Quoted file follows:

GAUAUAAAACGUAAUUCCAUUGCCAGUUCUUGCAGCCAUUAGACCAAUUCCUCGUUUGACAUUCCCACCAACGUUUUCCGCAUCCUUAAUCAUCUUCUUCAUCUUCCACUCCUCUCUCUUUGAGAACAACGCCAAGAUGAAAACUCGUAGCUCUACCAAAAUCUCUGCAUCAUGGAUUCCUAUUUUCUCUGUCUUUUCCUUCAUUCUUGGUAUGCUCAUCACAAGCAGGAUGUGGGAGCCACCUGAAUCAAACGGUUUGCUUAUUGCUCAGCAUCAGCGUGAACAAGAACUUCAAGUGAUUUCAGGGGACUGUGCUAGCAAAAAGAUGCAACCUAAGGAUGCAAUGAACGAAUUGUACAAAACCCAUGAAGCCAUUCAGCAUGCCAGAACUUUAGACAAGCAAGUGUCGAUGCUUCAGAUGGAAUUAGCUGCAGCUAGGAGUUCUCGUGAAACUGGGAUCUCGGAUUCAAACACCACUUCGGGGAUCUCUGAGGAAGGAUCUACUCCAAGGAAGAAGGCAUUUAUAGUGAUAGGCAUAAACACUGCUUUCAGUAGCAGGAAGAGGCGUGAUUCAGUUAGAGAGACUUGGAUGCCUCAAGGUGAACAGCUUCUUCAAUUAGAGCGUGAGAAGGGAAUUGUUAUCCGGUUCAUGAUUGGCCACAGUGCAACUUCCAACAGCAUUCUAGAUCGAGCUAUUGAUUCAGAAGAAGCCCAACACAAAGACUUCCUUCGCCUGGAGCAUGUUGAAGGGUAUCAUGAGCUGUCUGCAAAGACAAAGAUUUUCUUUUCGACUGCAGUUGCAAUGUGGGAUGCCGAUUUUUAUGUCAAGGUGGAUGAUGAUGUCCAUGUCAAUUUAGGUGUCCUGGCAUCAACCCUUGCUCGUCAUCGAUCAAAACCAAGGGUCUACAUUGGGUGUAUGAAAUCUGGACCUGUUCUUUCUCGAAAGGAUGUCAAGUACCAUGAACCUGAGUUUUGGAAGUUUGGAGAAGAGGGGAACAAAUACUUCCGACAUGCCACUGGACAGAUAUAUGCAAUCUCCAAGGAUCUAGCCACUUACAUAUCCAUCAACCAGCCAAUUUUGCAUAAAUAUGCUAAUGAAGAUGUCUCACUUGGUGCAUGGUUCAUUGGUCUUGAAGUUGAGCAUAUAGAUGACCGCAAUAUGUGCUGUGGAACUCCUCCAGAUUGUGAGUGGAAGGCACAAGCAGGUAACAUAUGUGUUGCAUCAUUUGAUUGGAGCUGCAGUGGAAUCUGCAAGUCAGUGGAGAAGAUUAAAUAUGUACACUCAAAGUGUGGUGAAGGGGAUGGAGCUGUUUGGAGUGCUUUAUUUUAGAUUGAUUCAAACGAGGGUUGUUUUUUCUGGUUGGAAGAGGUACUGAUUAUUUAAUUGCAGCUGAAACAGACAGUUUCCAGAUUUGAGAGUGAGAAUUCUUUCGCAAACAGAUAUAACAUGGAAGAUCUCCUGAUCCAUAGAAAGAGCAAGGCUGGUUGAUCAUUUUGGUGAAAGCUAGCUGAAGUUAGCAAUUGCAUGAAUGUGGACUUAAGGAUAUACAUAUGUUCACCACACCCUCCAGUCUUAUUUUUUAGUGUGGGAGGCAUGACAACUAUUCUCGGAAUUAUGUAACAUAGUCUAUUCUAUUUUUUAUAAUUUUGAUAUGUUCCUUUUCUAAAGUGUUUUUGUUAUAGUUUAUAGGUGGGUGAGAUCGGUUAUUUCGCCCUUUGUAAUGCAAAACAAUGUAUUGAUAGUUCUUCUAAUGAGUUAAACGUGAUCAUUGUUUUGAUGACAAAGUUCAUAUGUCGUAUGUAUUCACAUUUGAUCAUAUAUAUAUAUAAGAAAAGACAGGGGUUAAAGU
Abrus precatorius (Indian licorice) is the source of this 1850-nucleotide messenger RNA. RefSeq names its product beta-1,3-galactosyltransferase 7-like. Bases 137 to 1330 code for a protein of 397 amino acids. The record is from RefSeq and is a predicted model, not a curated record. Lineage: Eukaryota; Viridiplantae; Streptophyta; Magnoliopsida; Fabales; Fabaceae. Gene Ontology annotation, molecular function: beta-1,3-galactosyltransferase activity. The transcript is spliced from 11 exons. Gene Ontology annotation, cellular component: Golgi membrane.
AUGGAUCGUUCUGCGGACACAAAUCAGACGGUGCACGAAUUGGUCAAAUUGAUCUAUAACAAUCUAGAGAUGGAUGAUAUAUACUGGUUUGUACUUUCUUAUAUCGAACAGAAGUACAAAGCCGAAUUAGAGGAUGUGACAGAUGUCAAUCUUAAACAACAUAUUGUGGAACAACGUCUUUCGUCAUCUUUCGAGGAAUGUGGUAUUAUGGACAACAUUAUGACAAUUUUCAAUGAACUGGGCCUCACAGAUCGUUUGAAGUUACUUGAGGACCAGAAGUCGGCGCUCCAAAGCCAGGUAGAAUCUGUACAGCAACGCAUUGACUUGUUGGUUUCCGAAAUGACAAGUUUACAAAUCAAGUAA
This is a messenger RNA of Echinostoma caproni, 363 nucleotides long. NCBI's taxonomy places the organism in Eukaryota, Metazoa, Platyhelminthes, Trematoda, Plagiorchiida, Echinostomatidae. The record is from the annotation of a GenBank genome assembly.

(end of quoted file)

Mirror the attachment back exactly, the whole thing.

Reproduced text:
GAUAUAAAACGUAAUUCCAUUGCCAGUUCUUGCAGCCAUUAGACCAAUUCCUCGUUUGACAUUCCCACCAACGUUUUCCGCAUCCUUAAUCAUCUUCUUCAUCUUCCACUCCUCUCUCUUUGAGAACAACGCCAAGAUGAAAACUCGUAGCUCUACCAAAAUCUCUGCAUCAUGGAUUCCUAUUUUCUCUGUCUUUUCCUUCAUUCUUGGUAUGCUCAUCACAAGCAGGAUGUGGGAGCCACCUGAAUCAAACGGUUUGCUUAUUGCUCAGCAUCAGCGUGAACAAGAACUUCAAGUGAUUUCAGGGGACUGUGCUAGCAAAAAGAUGCAACCUAAGGAUGCAAUGAACGAAUUGUACAAAACCCAUGAAGCCAUUCAGCAUGCCAGAACUUUAGACAAGCAAGUGUCGAUGCUUCAGAUGGAAUUAGCUGCAGCUAGGAGUUCUCGUGAAACUGGGAUCUCGGAUUCAAACACCACUUCGGGGAUCUCUGAGGAAGGAUCUACUCCAAGGAAGAAGGCAUUUAUAGUGAUAGGCAUAAACACUGCUUUCAGUAGCAGGAAGAGGCGUGAUUCAGUUAGAGAGACUUGGAUGCCUCAAGGUGAACAGCUUCUUCAAUUAGAGCGUGAGAAGGGAAUUGUUAUCCGGUUCAUGAUUGGCCACAGUGCAACUUCCAACAGCAUUCUAGAUCGAGCUAUUGAUUCAGAAGAAGCCCAACACAAAGACUUCCUUCGCCUGGAGCAUGUUGAAGGGUAUCAUGAGCUGUCUGCAAAGACAAAGAUUUUCUUUUCGACUGCAGUUGCAAUGUGGGAUGCCGAUUUUUAUGUCAAGGUGGAUGAUGAUGUCCAUGUCAAUUUAGGUGUCCUGGCAUCAACCCUUGCUCGUCAUCGAUCAAAACCAAGGGUCUACAUUGGGUGUAUGAAAUCUGGACCUGUUCUUUCUCGAAAGGAUGUCAAGUACCAUGAACCUGAGUUUUGGAAGUUUGGAGAAGAGGGGAACAAAUACUUCCGACAUGCCACUGGACAGAUAUAUGCAAUCUCCAAGGAUCUAGCCACUUACAUAUCCAUCAACCAGCCAAUUUUGCAUAAAUAUGCUAAUGAAGAUGUCUCACUUGGUGCAUGGUUCAUUGGUCUUGAAGUUGAGCAUAUAGAUGACCGCAAUAUGUGCUGUGGAACUCCUCCAGAUUGUGAGUGGAAGGCACAAGCAGGUAACAUAUGUGUUGCAUCAUUUGAUUGGAGCUGCAGUGGAAUCUGCAAGUCAGUGGAGAAGAUUAAAUAUGUACACUCAAAGUGUGGUGAAGGGGAUGGAGCUGUUUGGAGUGCUUUAUUUUAGAUUGAUUCAAACGAGGGUUGUUUUUUCUGGUUGGAAGAGGUACUGAUUAUUUAAUUGCAGCUGAAACAGACAGUUUCCAGAUUUGAGAGUGAGAAUUCUUUCGCAAACAGAUAUAACAUGGAAGAUCUCCUGAUCCAUAGAAAGAGCAAGGCUGGUUGAUCAUUUUGGUGAAAGCUAGCUGAAGUUAGCAAUUGCAUGAAUGUGGACUUAAGGAUAUACAUAUGUUCACCACACCCUCCAGUCUUAUUUUUUAGUGUGGGAGGCAUGACAACUAUUCUCGGAAUUAUGUAACAUAGUCUAUUCUAUUUUUUAUAAUUUUGAUAUGUUCCUUUUCUAAAGUGUUUUUGUUAUAGUUUAUAGGUGGGUGAGAUCGGUUAUUUCGCCCUUUGUAAUGCAAAACAAUGUAUUGAUAGUUCUUCUAAUGAGUUAAACGUGAUCAUUGUUUUGAUGACAAAGUUCAUAUGUCGUAUGUAUUCACAUUUGAUCAUAUAUAUAUAUAAGAAAAGACAGGGGUUAAAGU
Abrus precatorius (Indian licorice) is the source of this 1850-nucleotide messenger RNA. RefSeq names its product beta-1,3-galactosyltransferase 7-like. Bases 137 to 1330 code for a protein of 397 amino acids. The record is from RefSeq and is a predicted model, not a curated record. Lineage: Eukaryota; Viridiplantae; Streptophyta; Magnoliopsida; Fabales; Fabaceae. Gene Ontology annotation, molecular function: beta-1,3-galactosyltransferase activity. The transcript is spliced from 11 exons. Gene Ontology annotation, cellular component: Golgi membrane.
AUGGAUCGUUCUGCGGACACAAAUCAGACGGUGCACGAAUUGGUCAAAUUGAUCUAUAACAAUCUAGAGAUGGAUGAUAUAUACUGGUUUGUACUUUCUUAUAUCGAACAGAAGUACAAAGCCGAAUUAGAGGAUGUGACAGAUGUCAAUCUUAAACAACAUAUUGUGGAACAACGUCUUUCGUCAUCUUUCGAGGAAUGUGGUAUUAUGGACAACAUUAUGACAAUUUUCAAUGAACUGGGCCUCACAGAUCGUUUGAAGUUACUUGAGGACCAGAAGUCGGCGCUCCAAAGCCAGGUAGAAUCUGUACAGCAACGCAUUGACUUGUUGGUUUCCGAAAUGACAAGUUUACAAAUCAAGUAA
This is a messenger RNA of Echinostoma caproni, 363 nucleotides long. NCBI's taxonomy places the organism in Eukaryota, Metazoa, Platyhelminthes, Trematoda, Plagiorchiida, Echinostomatidae. The record is from the annotation of a GenBank genome assembly.